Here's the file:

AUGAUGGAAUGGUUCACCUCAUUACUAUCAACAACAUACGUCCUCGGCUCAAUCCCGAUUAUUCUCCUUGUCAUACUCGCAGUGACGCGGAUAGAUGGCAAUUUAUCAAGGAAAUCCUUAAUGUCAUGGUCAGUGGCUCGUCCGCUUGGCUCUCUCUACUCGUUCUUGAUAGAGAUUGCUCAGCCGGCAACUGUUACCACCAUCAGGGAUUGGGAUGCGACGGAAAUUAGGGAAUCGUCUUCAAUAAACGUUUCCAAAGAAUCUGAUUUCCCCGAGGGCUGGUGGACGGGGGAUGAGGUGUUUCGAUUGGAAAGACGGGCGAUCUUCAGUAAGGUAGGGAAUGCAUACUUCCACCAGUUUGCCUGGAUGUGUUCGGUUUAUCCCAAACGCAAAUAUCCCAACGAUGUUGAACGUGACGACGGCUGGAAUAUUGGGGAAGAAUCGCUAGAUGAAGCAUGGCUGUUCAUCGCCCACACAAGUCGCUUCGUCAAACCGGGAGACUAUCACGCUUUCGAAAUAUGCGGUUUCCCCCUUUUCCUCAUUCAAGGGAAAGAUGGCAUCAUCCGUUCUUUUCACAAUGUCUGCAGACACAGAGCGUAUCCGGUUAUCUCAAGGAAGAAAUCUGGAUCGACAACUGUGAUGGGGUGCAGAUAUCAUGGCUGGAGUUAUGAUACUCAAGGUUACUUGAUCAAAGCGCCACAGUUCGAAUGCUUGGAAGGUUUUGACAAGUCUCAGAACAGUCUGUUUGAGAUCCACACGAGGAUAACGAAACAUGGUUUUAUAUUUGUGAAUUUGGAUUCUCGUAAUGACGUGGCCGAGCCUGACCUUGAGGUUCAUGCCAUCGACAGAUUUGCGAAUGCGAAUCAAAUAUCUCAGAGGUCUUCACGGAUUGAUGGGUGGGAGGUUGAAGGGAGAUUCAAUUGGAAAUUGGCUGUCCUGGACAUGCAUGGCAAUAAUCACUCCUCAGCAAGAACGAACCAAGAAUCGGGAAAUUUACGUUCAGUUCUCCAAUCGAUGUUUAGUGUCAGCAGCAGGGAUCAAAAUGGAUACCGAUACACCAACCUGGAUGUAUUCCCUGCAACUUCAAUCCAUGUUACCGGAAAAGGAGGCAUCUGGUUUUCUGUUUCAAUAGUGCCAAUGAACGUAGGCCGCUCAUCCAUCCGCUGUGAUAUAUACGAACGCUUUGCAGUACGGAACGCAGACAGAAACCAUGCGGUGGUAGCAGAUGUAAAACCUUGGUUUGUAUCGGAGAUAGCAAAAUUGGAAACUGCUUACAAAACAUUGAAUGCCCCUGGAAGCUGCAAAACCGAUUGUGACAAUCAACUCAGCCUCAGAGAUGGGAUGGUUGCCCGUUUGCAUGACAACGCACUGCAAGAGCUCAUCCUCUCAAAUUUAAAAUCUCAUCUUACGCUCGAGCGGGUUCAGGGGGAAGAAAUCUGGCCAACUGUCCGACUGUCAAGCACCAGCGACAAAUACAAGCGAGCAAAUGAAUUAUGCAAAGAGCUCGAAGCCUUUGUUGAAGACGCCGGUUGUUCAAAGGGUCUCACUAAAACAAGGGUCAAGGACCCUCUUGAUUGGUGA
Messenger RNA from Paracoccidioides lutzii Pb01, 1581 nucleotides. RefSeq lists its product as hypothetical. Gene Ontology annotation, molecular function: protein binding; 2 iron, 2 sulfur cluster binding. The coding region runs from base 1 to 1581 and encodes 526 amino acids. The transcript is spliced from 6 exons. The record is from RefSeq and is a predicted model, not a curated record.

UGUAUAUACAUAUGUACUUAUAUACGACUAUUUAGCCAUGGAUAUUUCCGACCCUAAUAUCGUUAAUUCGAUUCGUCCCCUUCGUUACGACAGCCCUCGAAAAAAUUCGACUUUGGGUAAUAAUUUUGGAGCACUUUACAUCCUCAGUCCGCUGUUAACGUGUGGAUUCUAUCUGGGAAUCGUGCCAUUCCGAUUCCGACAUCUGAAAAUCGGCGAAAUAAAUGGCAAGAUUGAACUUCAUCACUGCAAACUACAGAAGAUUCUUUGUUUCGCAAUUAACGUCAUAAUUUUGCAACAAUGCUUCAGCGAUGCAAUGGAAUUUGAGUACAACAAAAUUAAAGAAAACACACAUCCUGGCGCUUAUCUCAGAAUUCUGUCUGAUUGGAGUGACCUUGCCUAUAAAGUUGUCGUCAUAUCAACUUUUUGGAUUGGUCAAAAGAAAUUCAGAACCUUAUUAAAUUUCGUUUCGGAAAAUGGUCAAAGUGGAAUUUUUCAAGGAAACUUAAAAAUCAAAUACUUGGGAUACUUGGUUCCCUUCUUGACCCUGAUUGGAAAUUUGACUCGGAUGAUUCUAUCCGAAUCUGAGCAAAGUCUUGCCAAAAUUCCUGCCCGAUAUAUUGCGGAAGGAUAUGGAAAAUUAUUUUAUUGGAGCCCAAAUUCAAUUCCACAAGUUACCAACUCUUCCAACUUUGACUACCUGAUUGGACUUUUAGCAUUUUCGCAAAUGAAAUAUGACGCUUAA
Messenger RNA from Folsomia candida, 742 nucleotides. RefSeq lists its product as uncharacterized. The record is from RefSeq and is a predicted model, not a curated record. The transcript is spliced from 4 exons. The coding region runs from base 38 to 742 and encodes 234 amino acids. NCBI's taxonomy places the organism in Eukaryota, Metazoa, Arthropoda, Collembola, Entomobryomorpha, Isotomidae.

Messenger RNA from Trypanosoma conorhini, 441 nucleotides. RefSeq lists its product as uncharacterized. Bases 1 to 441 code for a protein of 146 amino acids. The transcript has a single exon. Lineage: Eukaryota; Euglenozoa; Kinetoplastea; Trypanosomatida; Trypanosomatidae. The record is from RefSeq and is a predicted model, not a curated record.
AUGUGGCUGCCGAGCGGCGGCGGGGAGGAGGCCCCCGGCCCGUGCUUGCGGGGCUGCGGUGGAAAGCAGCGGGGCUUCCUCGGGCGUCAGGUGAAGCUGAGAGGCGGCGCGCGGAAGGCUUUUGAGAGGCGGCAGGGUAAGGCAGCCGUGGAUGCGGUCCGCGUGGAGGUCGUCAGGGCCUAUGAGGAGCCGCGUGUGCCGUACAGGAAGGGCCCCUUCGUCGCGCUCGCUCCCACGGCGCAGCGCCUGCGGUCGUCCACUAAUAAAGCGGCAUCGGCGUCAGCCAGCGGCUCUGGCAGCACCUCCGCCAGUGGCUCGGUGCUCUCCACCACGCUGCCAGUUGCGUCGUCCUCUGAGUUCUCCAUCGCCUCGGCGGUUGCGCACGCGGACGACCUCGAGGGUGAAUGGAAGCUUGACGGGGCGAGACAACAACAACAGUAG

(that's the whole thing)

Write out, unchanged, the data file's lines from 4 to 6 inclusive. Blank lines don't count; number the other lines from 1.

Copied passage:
Messenger RNA from Folsomia candida, 742 nucleotides. RefSeq lists its product as uncharacterized. The record is from RefSeq and is a predicted model, not a curated record. The transcript is spliced from 4 exons. The coding region runs from base 38 to 742 and encodes 234 amino acids. NCBI's taxonomy places the organism in Eukaryota, Metazoa, Arthropoda, Collembola, Entomobryomorpha, Isotomidae.

Messenger RNA from Trypanosoma conorhini, 441 nucleotides. RefSeq lists its product as uncharacterized. Bases 1 to 441 code for a protein of 146 amino acids. The transcript has a single exon. Lineage: Eukaryota; Euglenozoa; Kinetoplastea; Trypanosomatida; Trypanosomatidae. The record is from RefSeq and is a predicted model, not a curated record.
AUGUGGCUGCCGAGCGGCGGCGGGGAGGAGGCCCCCGGCCCGUGCUUGCGGGGCUGCGGUGGAAAGCAGCGGGGCUUCCUCGGGCGUCAGGUGAAGCUGAGAGGCGGCGCGCGGAAGGCUUUUGAGAGGCGGCAGGGUAAGGCAGCCGUGGAUGCGGUCCGCGUGGAGGUCGUCAGGGCCUAUGAGGAGCCGCGUGUGCCGUACAGGAAGGGCCCCUUCGUCGCGCUCGCUCCCACGGCGCAGCGCCUGCGGUCGUCCACUAAUAAAGCGGCAUCGGCGUCAGCCAGCGGCUCUGGCAGCACCUCCGCCAGUGGCUCGGUGCUCUCCACCACGCUGCCAGUUGCGUCGUCCUCUGAGUUCUCCAUCGCCUCGGCGGUUGCGCACGCGGACGACCUCGAGGGUGAAUGGAAGCUUGACGGGGCGAGACAACAACAACAGUAG